Do you remember when the pandemic broke out that one of the precautions we were encouraged to take was not to touch your face?
And with good reason.
Whichever bacteria and viruses are in your nose and throat are also on your face, so touching it could spread them to wherever you put your hands.
Well, new research by Nottingham University has revealed that drivers touch their face 26 times an hour on average, potentially spreading germs and infection all over their vehicle.
Researchers from the University’s Human Factors Research Group scrutinised 31 hours of archive video footage obtained from two on-road driving studies, documenting 36 experienced drivers.
They were observed touching on or around their face 26.4 times per hour, with each touch lasting for nearly four seconds.
The face itself was touched most (79%), followed by the hair (10%), neck (8%) and shoulders (1%).
On 42% of occasions, drivers made contact with mucous membranes (inner lining of the lips, nostrils and eyes) approximately every five minutes, with fingertips and thumbs most commonly employed – areas frequently missed in handwashing.
There were no gender or age differences so it looks as if all drivers are potentially at risk of contamination through face touching while driving.
The researchers acknowledge face-touching behaviours, such as nose picking and ear cleaning, could be much more prevalent than even they found – particularly when drivers travel alone in their own vehicle.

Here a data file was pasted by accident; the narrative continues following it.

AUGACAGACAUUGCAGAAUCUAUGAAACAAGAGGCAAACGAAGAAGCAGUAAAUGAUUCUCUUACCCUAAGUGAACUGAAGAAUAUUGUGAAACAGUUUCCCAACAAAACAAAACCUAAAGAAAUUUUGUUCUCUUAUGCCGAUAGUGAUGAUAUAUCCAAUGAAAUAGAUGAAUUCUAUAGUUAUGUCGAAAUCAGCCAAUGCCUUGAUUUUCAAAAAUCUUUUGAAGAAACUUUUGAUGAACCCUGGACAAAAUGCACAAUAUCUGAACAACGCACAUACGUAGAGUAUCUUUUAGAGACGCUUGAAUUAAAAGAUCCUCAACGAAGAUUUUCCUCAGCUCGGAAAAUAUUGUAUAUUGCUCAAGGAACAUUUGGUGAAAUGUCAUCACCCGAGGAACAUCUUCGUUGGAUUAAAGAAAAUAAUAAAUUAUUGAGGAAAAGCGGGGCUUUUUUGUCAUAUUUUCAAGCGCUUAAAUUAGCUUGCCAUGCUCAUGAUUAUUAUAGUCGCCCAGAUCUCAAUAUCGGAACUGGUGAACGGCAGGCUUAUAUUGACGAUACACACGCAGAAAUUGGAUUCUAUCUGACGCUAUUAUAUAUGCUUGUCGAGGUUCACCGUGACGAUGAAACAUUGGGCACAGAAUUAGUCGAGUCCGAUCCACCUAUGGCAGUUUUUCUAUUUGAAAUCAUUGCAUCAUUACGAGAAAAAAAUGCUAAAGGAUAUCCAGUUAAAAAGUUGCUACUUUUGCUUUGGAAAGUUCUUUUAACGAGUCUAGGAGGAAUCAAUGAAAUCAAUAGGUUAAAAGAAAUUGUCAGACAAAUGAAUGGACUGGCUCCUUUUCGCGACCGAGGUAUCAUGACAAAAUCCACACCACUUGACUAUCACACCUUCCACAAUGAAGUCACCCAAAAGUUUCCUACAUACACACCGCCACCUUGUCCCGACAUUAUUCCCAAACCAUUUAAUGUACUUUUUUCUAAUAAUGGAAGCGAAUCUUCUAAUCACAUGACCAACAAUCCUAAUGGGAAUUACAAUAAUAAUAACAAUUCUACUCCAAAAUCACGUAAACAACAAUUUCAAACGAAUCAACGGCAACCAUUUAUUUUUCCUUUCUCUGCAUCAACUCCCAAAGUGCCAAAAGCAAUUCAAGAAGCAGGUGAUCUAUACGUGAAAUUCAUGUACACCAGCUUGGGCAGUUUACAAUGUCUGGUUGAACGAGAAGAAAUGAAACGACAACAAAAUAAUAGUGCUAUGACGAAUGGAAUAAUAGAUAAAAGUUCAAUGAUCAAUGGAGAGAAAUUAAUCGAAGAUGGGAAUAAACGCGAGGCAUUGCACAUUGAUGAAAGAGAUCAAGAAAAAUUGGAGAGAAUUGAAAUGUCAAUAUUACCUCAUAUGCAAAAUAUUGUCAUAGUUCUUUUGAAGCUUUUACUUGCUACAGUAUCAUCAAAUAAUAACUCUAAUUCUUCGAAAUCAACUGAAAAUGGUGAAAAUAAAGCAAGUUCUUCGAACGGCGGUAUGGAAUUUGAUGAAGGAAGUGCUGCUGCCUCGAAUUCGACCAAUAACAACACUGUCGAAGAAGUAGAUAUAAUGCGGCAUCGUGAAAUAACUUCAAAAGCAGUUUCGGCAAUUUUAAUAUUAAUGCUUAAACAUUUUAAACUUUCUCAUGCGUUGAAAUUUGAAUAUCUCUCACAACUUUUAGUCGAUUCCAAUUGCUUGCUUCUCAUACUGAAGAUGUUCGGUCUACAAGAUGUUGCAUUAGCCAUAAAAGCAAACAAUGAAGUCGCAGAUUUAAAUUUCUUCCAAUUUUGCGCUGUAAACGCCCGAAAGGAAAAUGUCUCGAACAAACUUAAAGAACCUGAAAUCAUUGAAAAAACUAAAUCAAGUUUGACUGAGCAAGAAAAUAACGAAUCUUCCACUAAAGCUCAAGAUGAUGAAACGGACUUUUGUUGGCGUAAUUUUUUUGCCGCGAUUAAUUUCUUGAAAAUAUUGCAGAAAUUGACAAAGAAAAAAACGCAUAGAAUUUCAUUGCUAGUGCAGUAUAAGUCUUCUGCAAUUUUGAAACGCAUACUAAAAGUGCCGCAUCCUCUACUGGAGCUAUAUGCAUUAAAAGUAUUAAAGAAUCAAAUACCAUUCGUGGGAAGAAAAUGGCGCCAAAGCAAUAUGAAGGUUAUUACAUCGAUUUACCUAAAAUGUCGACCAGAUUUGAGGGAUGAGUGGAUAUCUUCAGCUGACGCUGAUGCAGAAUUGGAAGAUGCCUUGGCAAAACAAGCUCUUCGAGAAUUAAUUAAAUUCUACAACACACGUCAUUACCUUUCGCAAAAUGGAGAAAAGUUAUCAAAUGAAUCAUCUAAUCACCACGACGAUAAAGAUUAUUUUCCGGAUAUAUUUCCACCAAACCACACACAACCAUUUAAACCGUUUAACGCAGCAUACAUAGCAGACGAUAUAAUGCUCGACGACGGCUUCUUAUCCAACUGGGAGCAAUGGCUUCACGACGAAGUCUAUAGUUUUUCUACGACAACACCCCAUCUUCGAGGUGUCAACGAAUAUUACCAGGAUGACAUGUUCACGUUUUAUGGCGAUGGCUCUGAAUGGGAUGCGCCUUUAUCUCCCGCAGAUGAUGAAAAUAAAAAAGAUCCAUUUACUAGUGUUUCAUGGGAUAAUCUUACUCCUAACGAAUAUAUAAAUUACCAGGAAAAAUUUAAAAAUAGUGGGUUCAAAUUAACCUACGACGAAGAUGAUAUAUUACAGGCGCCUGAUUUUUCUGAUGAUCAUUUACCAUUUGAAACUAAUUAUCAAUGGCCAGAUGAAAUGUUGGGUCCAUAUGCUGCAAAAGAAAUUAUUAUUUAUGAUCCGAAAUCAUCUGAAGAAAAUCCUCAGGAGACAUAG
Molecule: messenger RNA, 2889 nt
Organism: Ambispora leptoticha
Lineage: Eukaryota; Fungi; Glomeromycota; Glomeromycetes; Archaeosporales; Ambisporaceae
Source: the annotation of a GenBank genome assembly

To a driver, face touching risks transmission especially if there are other people in the vehicle and where hand hygiene is poor. By scratching their nose or rubbing their eye, for example, the driver may inadvertently transfer viruses or another hazardous foreign substances to their face.
Aside from virus transmission, constantly touching the face could be a distraction from actually piloting your vehicle, putting others at further risk.
The study did show that when driving in difficult conditions requiring intense concentration, the level of face touching was reduced.
Moreover, driver monitoring systems – which can already detect fatigue and distraction by tracking eye blink rate and head nodding – could be developed to detect or predict inadvertent face-touching.
Reminders and alerts could be located within vehicles in the driver’s normal field of view or incorporated within human-machine interfaces, such as the car’s infotainment dashboard. This would encourage the adoption and maintenance of these new safe behaviours.